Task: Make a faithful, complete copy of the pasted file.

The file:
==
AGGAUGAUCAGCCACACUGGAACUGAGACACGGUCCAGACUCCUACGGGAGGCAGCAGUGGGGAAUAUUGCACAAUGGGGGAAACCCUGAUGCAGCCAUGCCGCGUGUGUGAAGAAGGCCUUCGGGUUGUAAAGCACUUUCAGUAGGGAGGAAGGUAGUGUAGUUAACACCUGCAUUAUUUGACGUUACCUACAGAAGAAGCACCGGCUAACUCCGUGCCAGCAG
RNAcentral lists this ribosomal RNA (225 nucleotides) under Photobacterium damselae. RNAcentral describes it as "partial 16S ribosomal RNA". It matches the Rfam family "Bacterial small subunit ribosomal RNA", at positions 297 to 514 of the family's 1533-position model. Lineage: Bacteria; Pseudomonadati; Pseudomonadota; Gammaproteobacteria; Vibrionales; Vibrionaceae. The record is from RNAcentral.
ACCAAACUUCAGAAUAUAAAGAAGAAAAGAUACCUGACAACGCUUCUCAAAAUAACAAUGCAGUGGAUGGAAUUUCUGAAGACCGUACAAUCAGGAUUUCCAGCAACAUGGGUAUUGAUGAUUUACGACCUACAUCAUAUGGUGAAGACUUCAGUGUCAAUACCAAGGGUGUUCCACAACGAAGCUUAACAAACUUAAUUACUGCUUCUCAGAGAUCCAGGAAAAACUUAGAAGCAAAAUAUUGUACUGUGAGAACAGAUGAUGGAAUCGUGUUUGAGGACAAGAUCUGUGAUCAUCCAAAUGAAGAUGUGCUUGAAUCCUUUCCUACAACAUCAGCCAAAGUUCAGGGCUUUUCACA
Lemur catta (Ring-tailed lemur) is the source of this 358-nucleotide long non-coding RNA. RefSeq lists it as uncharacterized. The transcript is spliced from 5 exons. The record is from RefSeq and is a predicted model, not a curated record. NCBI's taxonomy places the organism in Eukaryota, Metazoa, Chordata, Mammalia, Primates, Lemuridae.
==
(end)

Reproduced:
AGGAUGAUCAGCCACACUGGAACUGAGACACGGUCCAGACUCCUACGGGAGGCAGCAGUGGGGAAUAUUGCACAAUGGGGGAAACCCUGAUGCAGCCAUGCCGCGUGUGUGAAGAAGGCCUUCGGGUUGUAAAGCACUUUCAGUAGGGAGGAAGGUAGUGUAGUUAACACCUGCAUUAUUUGACGUUACCUACAGAAGAAGCACCGGCUAACUCCGUGCCAGCAG
RNAcentral lists this ribosomal RNA (225 nucleotides) under Photobacterium damselae. RNAcentral describes it as "partial 16S ribosomal RNA". It matches the Rfam family "Bacterial small subunit ribosomal RNA", at positions 297 to 514 of the family's 1533-position model. Lineage: Bacteria; Pseudomonadati; Pseudomonadota; Gammaproteobacteria; Vibrionales; Vibrionaceae. The record is from RNAcentral.
ACCAAACUUCAGAAUAUAAAGAAGAAAAGAUACCUGACAACGCUUCUCAAAAUAACAAUGCAGUGGAUGGAAUUUCUGAAGACCGUACAAUCAGGAUUUCCAGCAACAUGGGUAUUGAUGAUUUACGACCUACAUCAUAUGGUGAAGACUUCAGUGUCAAUACCAAGGGUGUUCCACAACGAAGCUUAACAAACUUAAUUACUGCUUCUCAGAGAUCCAGGAAAAACUUAGAAGCAAAAUAUUGUACUGUGAGAACAGAUGAUGGAAUCGUGUUUGAGGACAAGAUCUGUGAUCAUCCAAAUGAAGAUGUGCUUGAAUCCUUUCCUACAACAUCAGCCAAAGUUCAGGGCUUUUCACA
Lemur catta (Ring-tailed lemur) is the source of this 358-nucleotide long non-coding RNA. RefSeq lists it as uncharacterized. The transcript is spliced from 5 exons. The record is from RefSeq and is a predicted model, not a curated record. NCBI's taxonomy places the organism in Eukaryota, Metazoa, Chordata, Mammalia, Primates, Lemuridae.